terça-feira, 22 de abril de 2014

From the past: ICO

Ico is a 3D adventure game developed by Team Ico (2001) and published by Sony for PlayStation 2. I played this game many years ago and am, at this moment, playing the HD version for Playstation 3.

I really like to replay some games years later to observe things that I didn’t notice the first time. From 2001 to today, I have read many books and studied a lot about gaming concepts and game design, so this is a singular opportunity to discuss some important features of this game with an updated view.

The story of the game is about Ico, a boy who was born with horns, which among his people is considered bad omen. Ico is locked in an abandoned dark fortress, where he must explore and run out from. During the exploration, Ico encounters Yorda, the daughter of the castle's queen. The queen has an evil plan to possess the body of Yorda for eternal life and Ico needs to take the girl out of the fortress. The main mechanics of the game is created with puzzle-solving and some combats against demoniac shadow creatures (it’s truly creepy).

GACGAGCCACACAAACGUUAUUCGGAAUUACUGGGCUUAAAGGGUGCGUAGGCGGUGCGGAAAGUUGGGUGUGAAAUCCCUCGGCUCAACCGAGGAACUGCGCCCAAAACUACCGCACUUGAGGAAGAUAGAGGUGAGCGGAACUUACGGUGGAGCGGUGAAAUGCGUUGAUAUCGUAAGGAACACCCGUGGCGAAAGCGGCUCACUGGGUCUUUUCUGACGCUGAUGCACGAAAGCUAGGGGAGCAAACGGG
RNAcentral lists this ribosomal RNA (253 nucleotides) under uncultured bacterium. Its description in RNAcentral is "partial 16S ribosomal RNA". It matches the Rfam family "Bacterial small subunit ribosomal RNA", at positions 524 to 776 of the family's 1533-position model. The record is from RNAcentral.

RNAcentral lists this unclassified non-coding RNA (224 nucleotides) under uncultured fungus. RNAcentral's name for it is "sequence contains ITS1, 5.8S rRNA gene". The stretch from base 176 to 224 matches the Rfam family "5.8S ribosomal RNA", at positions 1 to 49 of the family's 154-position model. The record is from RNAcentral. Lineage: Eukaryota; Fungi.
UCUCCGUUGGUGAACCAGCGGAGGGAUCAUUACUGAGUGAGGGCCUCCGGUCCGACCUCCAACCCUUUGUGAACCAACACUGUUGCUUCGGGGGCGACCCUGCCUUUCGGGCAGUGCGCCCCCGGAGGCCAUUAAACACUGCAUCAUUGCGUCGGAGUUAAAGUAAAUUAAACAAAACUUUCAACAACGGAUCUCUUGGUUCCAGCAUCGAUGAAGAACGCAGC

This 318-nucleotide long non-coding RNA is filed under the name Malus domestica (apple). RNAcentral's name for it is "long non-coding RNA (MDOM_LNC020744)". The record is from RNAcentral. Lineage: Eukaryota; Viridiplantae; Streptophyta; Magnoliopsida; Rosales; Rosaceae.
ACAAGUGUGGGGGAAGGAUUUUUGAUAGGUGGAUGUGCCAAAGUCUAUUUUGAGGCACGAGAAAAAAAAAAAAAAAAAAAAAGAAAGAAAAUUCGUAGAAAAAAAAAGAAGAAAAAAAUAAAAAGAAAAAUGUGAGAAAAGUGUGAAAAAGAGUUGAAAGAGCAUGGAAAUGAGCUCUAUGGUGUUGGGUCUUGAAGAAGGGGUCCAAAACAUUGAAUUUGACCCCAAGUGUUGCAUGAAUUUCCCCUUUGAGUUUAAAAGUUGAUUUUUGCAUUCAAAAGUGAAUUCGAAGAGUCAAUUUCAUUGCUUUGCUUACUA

You can check the gameplay and game’s intro below:

The game breaks a paradigm of the gaming industry by presenting an interface devoid of tutorials. By controlling the character, the player must try the buttons and add knowledge from other games he/she played for solving puzzles and traversing the scenarios.

Sometimes it is quite difficult to visualize how to solve a puzzle or what sequence of commands must be clicked. However, this is not a defect, it is a gaming feature. Ico works with the idea that we must explore the environment and learn from it. The game operates on a very strong procedural logic/rhetoric inside its interface.

As Bogost says (2007, p.3) “just as verbal rhetoric is useful for both the orator and the audience, and just as written rhetoric is useful for both the writer and the reader, procedural rhetoric is useful for both the programmer and the user, the game designer and the player”.

So, it’s good to have a chance to discuss old games with new observations. I’ll try to do this more frequently from now on.


BOGOST,Ian. Persuasive Games. The MIT Press, 2010 (paperback) http://mitpress.mit.edu/books/persuasive-games

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